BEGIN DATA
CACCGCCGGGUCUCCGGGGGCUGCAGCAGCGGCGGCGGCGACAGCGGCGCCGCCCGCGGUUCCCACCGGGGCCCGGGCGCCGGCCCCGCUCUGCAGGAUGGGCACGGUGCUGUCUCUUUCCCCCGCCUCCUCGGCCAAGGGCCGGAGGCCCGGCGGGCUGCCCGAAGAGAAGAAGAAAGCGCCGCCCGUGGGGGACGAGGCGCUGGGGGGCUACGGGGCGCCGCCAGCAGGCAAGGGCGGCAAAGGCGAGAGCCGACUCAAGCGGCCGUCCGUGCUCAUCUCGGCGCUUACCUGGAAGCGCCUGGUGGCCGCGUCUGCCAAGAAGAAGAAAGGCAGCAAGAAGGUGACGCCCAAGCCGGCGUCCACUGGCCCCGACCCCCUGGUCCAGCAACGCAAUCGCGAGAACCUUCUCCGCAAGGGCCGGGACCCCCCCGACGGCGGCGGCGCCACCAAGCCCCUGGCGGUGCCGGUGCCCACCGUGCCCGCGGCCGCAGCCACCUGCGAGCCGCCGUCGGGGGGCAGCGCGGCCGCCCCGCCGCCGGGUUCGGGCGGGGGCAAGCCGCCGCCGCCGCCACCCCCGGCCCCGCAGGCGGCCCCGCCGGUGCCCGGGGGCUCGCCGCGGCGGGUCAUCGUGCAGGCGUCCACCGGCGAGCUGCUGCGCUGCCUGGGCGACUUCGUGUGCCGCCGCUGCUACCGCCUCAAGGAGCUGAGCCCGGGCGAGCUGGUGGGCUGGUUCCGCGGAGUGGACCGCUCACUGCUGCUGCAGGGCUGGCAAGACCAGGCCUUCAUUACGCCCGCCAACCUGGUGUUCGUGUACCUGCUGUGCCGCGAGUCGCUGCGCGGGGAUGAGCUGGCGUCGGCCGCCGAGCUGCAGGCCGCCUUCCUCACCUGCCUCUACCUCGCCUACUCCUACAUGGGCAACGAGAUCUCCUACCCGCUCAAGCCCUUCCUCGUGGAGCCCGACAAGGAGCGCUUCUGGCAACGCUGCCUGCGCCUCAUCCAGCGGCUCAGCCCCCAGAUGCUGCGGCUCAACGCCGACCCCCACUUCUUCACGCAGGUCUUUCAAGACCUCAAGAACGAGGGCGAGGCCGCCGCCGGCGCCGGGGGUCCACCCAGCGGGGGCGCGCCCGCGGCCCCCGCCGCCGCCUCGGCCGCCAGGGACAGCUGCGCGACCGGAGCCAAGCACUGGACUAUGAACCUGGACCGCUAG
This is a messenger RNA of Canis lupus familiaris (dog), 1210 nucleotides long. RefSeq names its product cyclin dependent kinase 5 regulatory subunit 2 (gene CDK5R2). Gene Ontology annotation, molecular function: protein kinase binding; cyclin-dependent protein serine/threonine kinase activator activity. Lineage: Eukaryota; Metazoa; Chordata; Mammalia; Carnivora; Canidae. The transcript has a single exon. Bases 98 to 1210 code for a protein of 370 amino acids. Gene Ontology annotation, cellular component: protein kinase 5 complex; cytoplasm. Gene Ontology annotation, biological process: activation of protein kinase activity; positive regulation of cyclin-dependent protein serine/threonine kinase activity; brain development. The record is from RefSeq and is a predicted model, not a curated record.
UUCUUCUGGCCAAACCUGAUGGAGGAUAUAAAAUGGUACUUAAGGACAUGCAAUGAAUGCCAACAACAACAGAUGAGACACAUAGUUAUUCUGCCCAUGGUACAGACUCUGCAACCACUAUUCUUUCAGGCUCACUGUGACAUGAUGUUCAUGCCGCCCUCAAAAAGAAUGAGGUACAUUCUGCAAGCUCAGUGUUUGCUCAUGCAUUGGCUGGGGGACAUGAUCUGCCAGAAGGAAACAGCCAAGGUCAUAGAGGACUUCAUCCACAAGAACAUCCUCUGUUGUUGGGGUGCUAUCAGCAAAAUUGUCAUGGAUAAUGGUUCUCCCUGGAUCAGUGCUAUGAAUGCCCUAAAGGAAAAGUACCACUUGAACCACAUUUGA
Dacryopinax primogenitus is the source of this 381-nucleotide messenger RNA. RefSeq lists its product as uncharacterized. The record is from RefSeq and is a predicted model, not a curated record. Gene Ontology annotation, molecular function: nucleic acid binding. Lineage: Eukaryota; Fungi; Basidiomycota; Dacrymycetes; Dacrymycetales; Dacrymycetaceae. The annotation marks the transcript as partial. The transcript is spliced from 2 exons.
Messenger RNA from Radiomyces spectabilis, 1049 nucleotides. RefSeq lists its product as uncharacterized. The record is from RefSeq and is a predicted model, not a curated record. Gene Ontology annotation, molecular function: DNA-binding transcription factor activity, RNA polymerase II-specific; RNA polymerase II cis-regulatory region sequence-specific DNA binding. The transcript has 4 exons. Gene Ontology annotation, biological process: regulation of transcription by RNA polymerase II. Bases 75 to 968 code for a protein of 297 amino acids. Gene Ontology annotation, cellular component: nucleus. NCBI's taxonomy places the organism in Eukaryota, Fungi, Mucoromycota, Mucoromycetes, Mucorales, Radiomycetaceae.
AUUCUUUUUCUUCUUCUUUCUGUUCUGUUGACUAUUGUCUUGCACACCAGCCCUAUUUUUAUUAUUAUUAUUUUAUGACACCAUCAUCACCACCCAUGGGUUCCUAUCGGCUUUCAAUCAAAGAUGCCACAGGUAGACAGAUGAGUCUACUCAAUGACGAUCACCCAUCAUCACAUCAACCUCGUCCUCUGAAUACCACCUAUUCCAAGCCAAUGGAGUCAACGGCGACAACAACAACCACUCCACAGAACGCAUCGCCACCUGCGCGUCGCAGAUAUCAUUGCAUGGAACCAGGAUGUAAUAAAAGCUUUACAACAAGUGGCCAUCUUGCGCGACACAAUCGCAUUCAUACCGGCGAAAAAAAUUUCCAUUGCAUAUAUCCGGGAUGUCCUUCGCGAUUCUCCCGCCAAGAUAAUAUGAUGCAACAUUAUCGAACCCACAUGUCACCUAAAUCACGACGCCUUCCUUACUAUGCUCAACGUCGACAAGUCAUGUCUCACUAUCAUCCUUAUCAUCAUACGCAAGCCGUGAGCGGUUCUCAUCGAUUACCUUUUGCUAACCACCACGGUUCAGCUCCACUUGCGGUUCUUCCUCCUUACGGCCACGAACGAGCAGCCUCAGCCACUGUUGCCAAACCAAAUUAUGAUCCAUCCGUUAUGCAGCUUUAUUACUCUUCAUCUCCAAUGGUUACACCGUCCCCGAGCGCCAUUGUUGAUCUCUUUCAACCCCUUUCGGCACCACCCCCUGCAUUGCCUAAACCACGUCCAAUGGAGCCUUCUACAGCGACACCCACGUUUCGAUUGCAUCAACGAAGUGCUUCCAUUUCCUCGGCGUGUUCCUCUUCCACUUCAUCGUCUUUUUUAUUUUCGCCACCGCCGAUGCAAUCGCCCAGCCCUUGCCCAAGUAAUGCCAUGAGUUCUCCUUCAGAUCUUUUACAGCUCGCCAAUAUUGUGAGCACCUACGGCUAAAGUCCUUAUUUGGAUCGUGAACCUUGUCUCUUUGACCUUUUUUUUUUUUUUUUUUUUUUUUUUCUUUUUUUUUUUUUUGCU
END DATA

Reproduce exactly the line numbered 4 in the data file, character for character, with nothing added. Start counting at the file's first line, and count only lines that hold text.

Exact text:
Dacryopinax primogenitus is the source of this 381-nucleotide messenger RNA. RefSeq lists its product as uncharacterized. The record is from RefSeq and is a predicted model, not a curated record. Gene Ontology annotation, molecular function: nucleic acid binding. Lineage: Eukaryota; Fungi; Basidiomycota; Dacrymycetes; Dacrymycetales; Dacrymycetaceae. The annotation marks the transcript as partial. The transcript is spliced from 2 exons.